I told the man to stop calling. I told him I didn’t do sex. But the calls didn’t stop. I finally got the police involved. He had been mainly calling from blocked or unavailable numbers. We caught our break when he called from an unblocked phone number one day. I called the officer on my case, and he confronted the man and told him that he was no longer to call me. He also told him that my phone now had a tracking device that could find him wherever he was calling from. The calls stopped. 

The protocol for getting the authorities involved starts with saying very clearly to the caller, “I do not wish to receive your calls anymore. Stop calling me or I will call the police.” At that point, you’ve informed the caller that these are unwanted phone calls. If the calls persist after that, you have every right to call the police. Do not engage with the caller again, do not argue with him or her, and do not tell him or her to stop calling again. Just hang up. If other people are around, put the call on speakerphone so there are witnesses. Note when and how often the person has been calling, and note the phone number if there is one. Let the police know as many details as possible. Often, you can fill out a form on your local police website rather than going down to the station to file a report.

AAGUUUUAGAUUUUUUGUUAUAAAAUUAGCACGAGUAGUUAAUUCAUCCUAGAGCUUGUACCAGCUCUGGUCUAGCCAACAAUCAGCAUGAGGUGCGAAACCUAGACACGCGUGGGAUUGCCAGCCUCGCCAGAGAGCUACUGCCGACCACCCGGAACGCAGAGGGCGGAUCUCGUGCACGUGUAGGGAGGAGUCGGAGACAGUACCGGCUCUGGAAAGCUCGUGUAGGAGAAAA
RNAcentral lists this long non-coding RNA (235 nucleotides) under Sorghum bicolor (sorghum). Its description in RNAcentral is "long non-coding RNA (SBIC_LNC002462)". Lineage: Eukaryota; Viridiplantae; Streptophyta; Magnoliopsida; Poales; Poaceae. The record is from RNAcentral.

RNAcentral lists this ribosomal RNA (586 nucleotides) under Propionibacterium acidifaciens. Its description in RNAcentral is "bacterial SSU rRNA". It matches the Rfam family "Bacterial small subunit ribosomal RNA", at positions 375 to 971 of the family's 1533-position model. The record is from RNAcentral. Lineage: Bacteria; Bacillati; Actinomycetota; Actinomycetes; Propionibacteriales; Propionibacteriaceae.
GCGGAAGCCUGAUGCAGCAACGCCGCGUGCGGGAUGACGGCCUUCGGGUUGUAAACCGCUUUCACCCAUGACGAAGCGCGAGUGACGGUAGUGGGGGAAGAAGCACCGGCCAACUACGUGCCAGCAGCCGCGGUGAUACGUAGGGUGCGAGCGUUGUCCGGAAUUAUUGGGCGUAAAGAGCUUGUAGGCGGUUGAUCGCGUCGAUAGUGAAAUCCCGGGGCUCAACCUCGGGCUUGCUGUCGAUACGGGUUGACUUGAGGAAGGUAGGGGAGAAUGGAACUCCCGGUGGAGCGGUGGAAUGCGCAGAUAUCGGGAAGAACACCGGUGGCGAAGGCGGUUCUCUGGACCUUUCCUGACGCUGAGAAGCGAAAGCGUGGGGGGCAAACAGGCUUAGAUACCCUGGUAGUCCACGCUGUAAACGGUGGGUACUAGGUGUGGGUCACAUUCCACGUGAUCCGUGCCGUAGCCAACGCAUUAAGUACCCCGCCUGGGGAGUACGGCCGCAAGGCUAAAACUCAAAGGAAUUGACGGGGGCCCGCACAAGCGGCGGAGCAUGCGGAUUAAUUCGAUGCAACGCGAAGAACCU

Outcall Safety

After some unusual early outcall experiences, and at the urging of my concerned husband, I decided to implement some basic protocols when it came to offering massage off-site.

My new rules included leaving a note at my house saying where I was going and who I was seeing, complete with addresses, phone numbers, and times. I would check in throughout the day, especially if I was going someplace new.